Greece's outspoken finance minister has said that his government has "bent over backwards" to please its creditors. Eurozone leaders have put pressure on their top economists to finalize a deal over the weekend.
"The Greek side has bent over backwards to accommodate some rather strange demands by the institutions," Finance Minister Yanis Varoufakis told Irish radio station RTE on Friday, saying Athens had been handed a "clearly unviable" set of proposals after an eleventh-hour round of talks between eurozone finance ministers broke down on Thursday.
"The institutions are putting me and my government in an impossible position," said Varoufakis, but maintained that Greece's "commitment to remain in the eurozone is absolute."
Varoufakis explained his own "balanced proposal," which would see cuts on early retirement, increases in contributions to pension funds, and a heightened corporate tax. Cuts to pension funds were one of the painful austerity measures that the administration of Prime Minister Alexis Tsipras has fought most fiercely during the past four months of debt negotiations.
As a deal remains elusive, Greece risks bankruptcy if it does not unlock much-needed bailout funds by June 30, when a repayment to the International Monetary Fund (IMF) for 1.6 billion euros ($1.8 billion) is due.
In light of this deadline, European leaders put pressure on their finance ministers to hammer out the final details of the debt financing agreement over the weekend.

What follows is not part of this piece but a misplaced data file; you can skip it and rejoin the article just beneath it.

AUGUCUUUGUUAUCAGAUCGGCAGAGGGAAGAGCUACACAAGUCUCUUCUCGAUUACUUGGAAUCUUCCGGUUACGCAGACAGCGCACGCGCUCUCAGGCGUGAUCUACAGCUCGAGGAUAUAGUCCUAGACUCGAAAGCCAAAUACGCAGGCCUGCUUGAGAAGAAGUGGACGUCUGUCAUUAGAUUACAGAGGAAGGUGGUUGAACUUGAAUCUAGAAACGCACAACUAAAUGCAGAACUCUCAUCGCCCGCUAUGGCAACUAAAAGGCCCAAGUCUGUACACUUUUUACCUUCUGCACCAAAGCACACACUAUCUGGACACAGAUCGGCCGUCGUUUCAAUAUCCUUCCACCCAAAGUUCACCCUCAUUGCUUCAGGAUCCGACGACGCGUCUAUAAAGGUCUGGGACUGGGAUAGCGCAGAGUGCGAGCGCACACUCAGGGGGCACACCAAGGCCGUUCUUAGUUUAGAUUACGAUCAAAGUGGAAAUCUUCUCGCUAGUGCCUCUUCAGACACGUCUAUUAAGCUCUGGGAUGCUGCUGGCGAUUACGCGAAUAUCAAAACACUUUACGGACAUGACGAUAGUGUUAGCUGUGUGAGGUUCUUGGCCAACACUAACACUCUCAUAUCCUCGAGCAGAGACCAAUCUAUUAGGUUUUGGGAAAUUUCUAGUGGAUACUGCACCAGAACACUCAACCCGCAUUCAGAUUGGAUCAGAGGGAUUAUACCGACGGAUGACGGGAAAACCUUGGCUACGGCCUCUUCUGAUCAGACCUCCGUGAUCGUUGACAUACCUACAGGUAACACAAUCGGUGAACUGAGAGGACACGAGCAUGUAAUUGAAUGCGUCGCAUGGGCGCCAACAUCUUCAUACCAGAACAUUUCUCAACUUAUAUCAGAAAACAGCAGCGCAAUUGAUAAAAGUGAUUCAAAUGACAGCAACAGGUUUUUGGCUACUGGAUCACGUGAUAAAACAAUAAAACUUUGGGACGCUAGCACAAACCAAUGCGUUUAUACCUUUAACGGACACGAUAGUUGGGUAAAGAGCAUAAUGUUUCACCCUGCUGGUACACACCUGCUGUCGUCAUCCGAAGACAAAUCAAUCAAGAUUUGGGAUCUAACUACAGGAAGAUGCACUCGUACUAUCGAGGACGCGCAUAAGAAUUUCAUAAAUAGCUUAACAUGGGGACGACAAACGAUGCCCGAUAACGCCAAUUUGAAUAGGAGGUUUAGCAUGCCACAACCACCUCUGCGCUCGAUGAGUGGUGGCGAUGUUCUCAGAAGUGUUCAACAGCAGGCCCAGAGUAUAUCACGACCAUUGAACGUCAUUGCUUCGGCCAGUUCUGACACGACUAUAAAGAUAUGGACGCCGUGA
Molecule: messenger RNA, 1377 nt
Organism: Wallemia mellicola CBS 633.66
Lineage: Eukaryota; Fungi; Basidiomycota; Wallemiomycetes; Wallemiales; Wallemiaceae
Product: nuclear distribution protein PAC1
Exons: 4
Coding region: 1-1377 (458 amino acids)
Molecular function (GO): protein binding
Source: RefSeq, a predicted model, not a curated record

"Leaders expect the Eurogroup to conclude this process at their meeting on Saturday," said Donald Tusk, president of the European Council, on Friday while chairing an EU summit in Brussels.
Despite a week of tense talks ending less than fruitfully, Prime Minister Tsipras remained upbeat, saying "European history is full of disagreements, negotiations, and at the end, compromises."
Germany's Schäuble unimpressed with Greek efforts
His nation's creditors, however, were more cautious in their appraisal of the situation, with lead lender Germany expressing its uncertainty the loudest. Finance Minister Wolfgang Schäuble accused Athens of having "not moved, rather moved backward" with its latest suggestions for a deal, saying that if nothing gets solved before the June 30 deadline, the responsibility "lies exclusively with those in Greece."
Tsipras met with German Chancellor Angela Merkel and French President Francois Hollande on Friday on the sidelines of the EU summit, in talks aimed at reducing tension between Greece and its creditors.
In Washington, the IMF has said that it will not give Greece any extra time to make the repayment.
"We're expecting the payment to be made June 30," said IMF spokesman Gerry Rice.
es/msh (AP, AFP)